A good general never quits. And Revolutionary War General Anthony Wayne may have taken that old adage to extremes.
Wayne earned his nickname—“Mad” Anthony Wayne—for his aggressive style of combat. Never one to sit back idly and command from the rear, Wayne would boldly lead the charge and see the battle through until its successful conclusion. In one of his most famous engagements, at Stony Point, New York, on July 16, 1779, Wayne led the bayonet-charge that defeated the British forces. His other great victories came alongside General George Washington at the Battle of Monmouth on June 28, 1778 and in preventing a potentially devastating rout of American forces at Brandywine Creek on September 11, 1777.
Following the Revolutionary War, Wayne retired to his hometown of Radnor, near Philadelphia, to resume his work as a land surveyor and running his family’s leather tannery. But his peaceful civilian life was not to last long: in 1792, President Washington called on his services to lead the United States military response to British attempts to arm a coalition of Native American tribes in the Northwest Territory.
Over the course of two years, Wayne recruited and trained a force known as the U. S. Legion, leading them in battles against the Miami, Shawnee, Wyandot, and Delaware tribes. The war came to an end with the Battle of Fallen Timbers near Toledo, Ohio, on August 20, 1794, when Wayne’s forces finally defeated the tribal army. After the Treaty of Greenville was signed on August 3, 1795, formally ending hostilities and permitting the United States to settle the Northwest Territory, Wayne once again set off for Radnor. But he was not to see his home again.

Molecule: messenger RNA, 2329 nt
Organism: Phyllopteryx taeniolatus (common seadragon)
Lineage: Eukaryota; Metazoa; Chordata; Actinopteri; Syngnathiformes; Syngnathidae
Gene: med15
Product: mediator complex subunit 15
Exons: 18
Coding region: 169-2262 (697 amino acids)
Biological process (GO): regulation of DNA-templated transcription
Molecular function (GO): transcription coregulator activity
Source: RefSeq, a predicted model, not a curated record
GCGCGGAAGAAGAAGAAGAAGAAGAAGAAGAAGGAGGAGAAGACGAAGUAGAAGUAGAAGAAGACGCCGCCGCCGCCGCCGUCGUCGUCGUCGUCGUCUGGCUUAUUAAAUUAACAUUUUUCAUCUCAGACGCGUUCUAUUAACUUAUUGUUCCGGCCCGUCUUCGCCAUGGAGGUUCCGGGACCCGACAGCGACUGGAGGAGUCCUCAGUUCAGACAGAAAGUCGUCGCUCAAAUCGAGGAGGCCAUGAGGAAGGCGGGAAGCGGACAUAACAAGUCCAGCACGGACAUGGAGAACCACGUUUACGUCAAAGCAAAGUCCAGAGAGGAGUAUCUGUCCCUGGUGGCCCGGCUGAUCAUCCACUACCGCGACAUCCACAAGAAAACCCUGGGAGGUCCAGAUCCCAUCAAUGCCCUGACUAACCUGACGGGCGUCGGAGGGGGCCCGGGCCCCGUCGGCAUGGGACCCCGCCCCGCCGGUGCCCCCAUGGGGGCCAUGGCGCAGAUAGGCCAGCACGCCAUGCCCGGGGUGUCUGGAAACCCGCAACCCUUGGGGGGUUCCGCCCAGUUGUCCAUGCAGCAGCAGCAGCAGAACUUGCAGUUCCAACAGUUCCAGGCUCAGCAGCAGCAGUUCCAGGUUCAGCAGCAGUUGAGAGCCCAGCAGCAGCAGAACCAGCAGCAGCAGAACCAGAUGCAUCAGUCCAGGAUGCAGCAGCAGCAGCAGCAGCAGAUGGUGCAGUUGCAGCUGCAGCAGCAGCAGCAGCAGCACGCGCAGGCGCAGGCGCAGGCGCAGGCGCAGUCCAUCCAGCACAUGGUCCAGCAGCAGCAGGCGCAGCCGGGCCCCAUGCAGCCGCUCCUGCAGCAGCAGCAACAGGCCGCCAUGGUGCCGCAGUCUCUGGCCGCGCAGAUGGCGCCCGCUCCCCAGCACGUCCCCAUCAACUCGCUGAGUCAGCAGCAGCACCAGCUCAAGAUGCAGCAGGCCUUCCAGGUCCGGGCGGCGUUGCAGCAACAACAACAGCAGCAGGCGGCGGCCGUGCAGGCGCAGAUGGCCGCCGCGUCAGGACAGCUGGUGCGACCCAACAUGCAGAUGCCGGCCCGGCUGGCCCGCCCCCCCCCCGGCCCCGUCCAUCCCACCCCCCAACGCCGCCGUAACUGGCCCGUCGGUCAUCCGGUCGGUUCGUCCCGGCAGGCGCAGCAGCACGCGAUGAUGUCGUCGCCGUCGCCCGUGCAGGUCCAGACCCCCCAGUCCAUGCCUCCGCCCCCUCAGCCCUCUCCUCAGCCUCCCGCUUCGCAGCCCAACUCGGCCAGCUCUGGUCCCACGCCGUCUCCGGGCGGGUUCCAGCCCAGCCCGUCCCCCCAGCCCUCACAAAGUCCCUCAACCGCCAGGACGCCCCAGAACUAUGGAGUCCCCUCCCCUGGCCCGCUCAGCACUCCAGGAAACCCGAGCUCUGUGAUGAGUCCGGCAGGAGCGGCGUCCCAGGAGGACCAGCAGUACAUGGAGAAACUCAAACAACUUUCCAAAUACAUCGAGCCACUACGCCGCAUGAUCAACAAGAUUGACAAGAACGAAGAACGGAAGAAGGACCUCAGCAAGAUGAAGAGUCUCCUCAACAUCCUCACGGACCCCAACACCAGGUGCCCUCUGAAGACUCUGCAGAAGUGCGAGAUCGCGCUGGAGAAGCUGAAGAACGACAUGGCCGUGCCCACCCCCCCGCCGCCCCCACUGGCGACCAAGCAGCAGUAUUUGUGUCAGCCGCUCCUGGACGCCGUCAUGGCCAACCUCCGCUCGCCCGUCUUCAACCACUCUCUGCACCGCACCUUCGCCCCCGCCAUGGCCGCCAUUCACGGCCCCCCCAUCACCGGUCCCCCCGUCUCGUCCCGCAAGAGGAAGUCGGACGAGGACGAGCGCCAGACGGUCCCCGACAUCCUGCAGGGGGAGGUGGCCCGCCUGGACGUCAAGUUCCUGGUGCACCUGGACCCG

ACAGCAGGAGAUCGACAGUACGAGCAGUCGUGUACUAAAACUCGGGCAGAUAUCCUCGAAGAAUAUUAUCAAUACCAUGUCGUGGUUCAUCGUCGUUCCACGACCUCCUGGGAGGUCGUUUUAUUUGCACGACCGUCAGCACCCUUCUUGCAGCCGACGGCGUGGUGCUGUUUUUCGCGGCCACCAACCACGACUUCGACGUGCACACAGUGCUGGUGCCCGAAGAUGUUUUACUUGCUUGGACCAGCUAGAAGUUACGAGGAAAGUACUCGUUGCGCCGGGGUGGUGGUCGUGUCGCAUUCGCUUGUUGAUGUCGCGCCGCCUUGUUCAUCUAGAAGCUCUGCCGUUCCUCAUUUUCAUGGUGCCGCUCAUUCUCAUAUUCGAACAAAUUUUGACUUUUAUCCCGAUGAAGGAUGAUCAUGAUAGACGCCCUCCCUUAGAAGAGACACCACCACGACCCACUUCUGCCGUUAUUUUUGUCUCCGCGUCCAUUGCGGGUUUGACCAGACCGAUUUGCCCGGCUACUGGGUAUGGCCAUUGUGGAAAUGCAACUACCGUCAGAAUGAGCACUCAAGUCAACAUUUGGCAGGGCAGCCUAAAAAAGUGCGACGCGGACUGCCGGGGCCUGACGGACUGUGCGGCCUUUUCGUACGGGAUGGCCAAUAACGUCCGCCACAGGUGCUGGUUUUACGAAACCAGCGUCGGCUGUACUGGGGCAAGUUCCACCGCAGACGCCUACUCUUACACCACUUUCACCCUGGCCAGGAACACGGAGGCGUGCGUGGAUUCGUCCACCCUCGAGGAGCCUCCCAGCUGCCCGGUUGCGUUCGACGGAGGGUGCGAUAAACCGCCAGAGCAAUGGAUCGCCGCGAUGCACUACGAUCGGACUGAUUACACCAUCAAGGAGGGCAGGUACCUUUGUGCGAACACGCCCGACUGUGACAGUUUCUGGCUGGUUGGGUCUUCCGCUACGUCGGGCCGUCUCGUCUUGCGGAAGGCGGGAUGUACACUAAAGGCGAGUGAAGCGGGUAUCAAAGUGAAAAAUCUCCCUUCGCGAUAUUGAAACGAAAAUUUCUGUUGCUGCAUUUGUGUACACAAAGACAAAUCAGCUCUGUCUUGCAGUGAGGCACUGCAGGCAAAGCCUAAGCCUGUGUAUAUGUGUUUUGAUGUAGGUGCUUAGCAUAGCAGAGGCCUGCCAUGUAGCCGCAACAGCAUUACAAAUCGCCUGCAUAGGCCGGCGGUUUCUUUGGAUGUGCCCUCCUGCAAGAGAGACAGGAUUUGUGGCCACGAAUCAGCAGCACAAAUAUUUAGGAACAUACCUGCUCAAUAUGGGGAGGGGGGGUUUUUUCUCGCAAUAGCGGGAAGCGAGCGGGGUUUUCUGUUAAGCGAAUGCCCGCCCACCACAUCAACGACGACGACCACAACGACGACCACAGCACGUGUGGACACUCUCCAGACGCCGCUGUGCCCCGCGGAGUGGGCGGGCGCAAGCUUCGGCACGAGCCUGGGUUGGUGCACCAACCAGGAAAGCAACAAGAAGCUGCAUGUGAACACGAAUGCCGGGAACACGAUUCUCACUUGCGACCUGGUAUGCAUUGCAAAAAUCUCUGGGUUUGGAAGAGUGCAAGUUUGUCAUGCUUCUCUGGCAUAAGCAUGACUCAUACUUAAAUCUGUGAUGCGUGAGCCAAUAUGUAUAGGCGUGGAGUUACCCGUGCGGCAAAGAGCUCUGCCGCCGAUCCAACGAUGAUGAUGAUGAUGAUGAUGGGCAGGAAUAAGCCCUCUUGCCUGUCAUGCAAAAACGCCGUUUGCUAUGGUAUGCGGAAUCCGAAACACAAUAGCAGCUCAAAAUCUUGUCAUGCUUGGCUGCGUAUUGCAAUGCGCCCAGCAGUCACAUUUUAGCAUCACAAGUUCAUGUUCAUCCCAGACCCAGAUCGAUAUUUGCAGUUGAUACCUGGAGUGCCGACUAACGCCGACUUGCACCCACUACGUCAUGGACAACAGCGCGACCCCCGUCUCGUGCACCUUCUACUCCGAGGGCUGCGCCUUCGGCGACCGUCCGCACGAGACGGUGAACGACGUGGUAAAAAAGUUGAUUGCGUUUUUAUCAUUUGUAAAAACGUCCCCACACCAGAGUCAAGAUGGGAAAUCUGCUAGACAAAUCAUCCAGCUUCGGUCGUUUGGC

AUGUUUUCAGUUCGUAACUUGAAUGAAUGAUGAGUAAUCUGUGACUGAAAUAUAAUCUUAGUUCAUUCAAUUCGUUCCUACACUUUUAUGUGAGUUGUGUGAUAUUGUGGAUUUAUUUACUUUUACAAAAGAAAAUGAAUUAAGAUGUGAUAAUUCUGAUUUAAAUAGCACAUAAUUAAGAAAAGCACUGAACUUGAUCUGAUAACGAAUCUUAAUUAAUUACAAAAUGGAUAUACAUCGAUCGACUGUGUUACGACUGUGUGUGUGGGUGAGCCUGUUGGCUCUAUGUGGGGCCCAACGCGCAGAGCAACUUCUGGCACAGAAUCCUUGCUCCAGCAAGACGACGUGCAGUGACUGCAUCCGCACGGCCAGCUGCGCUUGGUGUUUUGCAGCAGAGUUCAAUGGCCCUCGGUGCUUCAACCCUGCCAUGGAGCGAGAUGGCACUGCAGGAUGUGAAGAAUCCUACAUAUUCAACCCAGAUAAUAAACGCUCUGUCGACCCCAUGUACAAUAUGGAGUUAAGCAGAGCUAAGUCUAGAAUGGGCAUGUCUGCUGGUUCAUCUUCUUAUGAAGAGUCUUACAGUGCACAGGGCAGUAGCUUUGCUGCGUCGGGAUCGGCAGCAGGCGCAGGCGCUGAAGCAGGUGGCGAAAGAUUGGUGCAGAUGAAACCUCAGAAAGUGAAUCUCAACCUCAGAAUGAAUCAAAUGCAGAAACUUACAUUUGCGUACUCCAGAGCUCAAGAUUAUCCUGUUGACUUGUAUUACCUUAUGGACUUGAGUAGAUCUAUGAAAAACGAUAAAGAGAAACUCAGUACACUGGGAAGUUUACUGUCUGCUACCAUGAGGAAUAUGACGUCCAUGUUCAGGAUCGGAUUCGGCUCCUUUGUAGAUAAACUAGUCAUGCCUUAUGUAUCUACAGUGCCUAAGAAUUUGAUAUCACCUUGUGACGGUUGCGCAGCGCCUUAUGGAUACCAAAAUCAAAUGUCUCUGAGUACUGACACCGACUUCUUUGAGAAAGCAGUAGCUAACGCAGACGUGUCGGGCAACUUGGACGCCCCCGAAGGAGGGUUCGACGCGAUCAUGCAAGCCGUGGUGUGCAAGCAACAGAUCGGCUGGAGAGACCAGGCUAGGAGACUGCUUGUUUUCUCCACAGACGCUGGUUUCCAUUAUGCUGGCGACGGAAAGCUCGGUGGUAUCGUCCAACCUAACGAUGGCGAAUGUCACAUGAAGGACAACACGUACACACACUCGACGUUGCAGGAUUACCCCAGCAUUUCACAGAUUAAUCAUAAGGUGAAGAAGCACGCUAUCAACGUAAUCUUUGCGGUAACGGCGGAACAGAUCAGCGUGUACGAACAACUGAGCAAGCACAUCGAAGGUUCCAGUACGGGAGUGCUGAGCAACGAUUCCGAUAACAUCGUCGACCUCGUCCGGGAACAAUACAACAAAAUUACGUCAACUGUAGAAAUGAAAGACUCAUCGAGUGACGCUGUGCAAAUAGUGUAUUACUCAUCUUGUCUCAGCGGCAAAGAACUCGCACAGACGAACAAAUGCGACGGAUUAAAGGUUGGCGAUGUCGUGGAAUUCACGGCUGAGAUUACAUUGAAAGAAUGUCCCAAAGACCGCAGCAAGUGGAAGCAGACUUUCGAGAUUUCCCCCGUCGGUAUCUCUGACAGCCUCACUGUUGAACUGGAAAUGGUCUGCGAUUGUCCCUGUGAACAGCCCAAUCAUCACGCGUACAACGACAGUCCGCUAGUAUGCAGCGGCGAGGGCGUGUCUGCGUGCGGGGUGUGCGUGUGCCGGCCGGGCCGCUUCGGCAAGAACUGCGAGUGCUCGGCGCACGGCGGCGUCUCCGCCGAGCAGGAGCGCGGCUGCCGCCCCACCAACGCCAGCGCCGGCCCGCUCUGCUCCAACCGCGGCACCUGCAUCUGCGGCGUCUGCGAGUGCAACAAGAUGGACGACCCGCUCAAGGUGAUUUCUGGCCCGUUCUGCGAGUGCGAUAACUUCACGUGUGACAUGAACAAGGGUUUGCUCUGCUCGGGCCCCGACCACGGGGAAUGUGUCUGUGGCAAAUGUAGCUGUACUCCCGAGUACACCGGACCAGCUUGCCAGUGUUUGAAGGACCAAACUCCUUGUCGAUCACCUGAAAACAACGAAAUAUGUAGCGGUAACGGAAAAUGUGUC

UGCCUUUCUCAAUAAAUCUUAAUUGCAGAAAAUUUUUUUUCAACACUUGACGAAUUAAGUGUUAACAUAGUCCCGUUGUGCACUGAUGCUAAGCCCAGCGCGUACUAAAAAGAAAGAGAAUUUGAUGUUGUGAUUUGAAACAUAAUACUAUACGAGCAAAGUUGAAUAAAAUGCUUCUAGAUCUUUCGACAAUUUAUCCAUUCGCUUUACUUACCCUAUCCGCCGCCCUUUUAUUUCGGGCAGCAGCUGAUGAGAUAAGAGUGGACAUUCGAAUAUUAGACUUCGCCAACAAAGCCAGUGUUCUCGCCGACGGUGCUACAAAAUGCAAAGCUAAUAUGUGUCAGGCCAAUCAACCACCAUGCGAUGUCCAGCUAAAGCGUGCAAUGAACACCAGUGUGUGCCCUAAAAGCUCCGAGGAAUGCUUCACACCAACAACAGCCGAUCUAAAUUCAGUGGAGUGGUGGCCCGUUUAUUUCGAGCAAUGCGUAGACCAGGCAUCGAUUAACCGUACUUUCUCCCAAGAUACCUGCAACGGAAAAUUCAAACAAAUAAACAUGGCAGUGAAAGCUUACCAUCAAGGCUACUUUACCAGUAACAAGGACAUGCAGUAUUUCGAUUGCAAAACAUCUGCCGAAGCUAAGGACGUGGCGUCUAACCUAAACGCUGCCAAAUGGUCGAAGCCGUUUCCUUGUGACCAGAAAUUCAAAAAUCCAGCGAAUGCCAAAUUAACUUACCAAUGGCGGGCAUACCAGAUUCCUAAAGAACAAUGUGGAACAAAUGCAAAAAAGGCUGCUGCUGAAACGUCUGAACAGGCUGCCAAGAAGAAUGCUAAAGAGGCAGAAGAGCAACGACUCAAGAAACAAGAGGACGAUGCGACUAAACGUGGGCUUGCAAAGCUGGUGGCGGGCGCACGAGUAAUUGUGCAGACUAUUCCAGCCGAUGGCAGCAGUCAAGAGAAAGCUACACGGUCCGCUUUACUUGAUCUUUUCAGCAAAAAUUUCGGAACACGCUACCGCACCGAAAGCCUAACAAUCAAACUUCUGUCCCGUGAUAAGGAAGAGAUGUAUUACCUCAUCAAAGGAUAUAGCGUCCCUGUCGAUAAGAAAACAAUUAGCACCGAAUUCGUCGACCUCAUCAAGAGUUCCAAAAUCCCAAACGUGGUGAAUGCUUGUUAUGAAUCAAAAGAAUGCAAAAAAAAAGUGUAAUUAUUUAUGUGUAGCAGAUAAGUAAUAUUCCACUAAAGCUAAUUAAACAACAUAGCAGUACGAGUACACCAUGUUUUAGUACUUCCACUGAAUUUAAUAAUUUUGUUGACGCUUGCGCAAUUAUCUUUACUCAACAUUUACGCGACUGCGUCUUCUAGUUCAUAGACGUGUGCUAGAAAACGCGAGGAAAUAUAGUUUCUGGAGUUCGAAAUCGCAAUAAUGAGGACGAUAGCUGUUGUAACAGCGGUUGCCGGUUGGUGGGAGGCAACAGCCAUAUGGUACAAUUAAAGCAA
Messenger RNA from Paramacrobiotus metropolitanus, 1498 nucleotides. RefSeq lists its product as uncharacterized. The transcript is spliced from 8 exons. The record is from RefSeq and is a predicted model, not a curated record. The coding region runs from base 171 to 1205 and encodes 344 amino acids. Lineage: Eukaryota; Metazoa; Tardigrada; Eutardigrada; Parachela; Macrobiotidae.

Wayne fell ill during his journey and on December 15, 1796, he died near Erie, Pennsylvania. His body was buried in a wooden coffin there, 300 miles from home. In 1809, Wayne’s family decided they wanted to bring his body back to Radnor for burial near his family. His son, Isaac, set out in a one-horse cart and, upon exhuming his father’s corpse, found that the body was remarkably well-preserved. However, he realized that even in the condition the body was in, the dirt roads between Erie and Philadelphia were too filled with potholes to transport the decaying body back without damaging it.
Isaac hired a local physician to dismember the body and boil and scrape off the flesh. He then reburied the flesh in the original casket and grave but packed up the bones in a wooden box to bring back to Radnor. There, the bones were interred at St. David’s Episcopal Church Cemetery—the second of General “Mad” Anthony Wayne’s two graves.
But, again, a good general never quits: according to legend, a few of the bones bounced out of the cart during Isaac’s journey home, and some people claim that the ghost of General Wayne still wanders U. S. Route 322 between Erie and Pennsylvania, searching for them.